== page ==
From “Black Problem” to “White Problem”

My ministry with the Conference staff demanded “work-aholic” attention, and thrust me into experiences which changed me forever. There my “ease” with life was shaken , particularly as I observed and gradually began to name “racism” and “sexism”.

Part of my work with high school youth engaged me in “executive” capacity to a youth council which was elected each year at a statewide conference. A few black youngsters from Roxbury were active on the council, and they became my teachers!
Gradually, as trust developed between us, they shared with me their experiences in the city and with youth from the suburban churches. To those young women and men I owe immense gratitude. Wherever each of them is today, their influence is with me still.

Benevolent concern and a desire to be “helpful” to the conditions in what many called the “inner city”, led suburban “liberals” in suburban “liberal” churches to organize tours of Roxbury, to lead groups of youth into the city to paint, to clean, to do “work jobs” in the black churches. I was involved in encouraging and facilitating those efforts.
UNTIL my new young friends began to share how they felt about the “do-gooders” who came into the city, and then retreated to suburban places they were sure were superior. This was during the early 60’s, when discontent was growing in the area, and these young friends helped me to understand that. My new Roxbury friends told me that they felt like “animals in a zoo”, on view for a parade of passers, whose concern was fleeting, ignorant and misplaced.

A culminating event for me, was a week-long conference of youth leaders, interrupted one evening by one of the few black young women, who plainly labeled our white staff as racists. Her brilliant anger demanded listening, and that was another beginning of learning for me. Were she alive today, I would much like to tell her what she started. It took a while for my ears to be unstopped, to hear with mind/heart. But there it was, the “no longer at ease here” at work in my soul.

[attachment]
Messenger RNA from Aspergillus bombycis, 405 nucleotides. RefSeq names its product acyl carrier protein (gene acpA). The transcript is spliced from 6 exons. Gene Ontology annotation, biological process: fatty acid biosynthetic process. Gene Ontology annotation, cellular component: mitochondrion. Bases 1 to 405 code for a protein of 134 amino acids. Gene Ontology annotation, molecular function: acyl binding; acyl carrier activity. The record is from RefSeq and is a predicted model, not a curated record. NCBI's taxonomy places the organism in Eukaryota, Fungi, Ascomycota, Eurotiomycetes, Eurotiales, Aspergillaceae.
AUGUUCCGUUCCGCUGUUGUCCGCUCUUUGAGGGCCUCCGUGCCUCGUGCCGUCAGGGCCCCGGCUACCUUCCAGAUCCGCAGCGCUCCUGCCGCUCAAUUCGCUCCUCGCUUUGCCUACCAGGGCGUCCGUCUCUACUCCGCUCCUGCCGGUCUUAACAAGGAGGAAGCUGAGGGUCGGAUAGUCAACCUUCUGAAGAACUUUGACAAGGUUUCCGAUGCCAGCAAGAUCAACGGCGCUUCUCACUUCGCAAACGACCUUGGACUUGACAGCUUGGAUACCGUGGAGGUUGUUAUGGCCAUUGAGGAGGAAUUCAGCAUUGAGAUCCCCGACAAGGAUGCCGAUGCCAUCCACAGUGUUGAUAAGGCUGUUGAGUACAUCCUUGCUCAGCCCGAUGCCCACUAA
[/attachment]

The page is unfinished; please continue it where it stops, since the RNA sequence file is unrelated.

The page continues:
Those young black friends schooled me in many ways, and one, Valerie Russell, became a friend until her death a few years ago. Later, as Boston moved into the beginnings of a school desegregation struggle, Valerie was on the staff at the Blue Hill Christian Center, where Virgil Wood was pastor. Virgil was Dr. King’s spokesman in Boston, for the Southern Christian Leadership Council, and watching him, mostly through Valerie’s eyes, became the next “course” in racism for me.

A major learning experience came when Virgil was arrested for “disturbing the peace” at a ceremony, (maybe a graduation?) in one of the black schools. School Committee Chairman, Louise Day Hicks, had been told by the community that she was not welcome, but she appeared anyway. Virgil interrupted her, took the microphone away from her, and for that was arrested, charged with disturbing the peace. The news came to me when I was driving home at night from a speaking engagement somewhere in the state, with the radio on. A double reaction is one I still can feel. I blurted toward the radio: “Oh my god, Virgil, why did you do that?”; then a second thought pushed that one away: “Virgil, why didn’t you do that long ago?”

Virgil’s act that evening was a message for my heart. He was saying to me and to any whites from any suburb that we were welcome in the black community only when invited and when we came on their terms. The “beneficent”, “helping”, “condescending” attitudes which my participation invoked, were not acceptable. I wanted to respond, but did not know what to do. A phone conversation with Valerie, and she advised me to simply attend the court hearing the next morning, to sit with her, and that would be all that was necessary. I joined Val, and heard the brilliant defense offered by the black community. They had lined up a number of people who each came before the court and said that Dr. Wood had not disturbed the peace, but that Mrs. Hicks had!

The message of the evening became a primary one. I was learning again of the smoldering anger in the black community. I was also learning that I was part of an institution, well-intentioned in its leadership, perpetuating relationships of power which made certain the continuation of the very forces which created the human frustration and anger I saw emerging in the city. It began the process which pointed me toward my own white community as the place where work needed to be done. Later I would articulate racism as a “white problem”, originating in and perpetuated by white people in white settings. It sounds so easy to say now, but it was for me a HUGE lesson.

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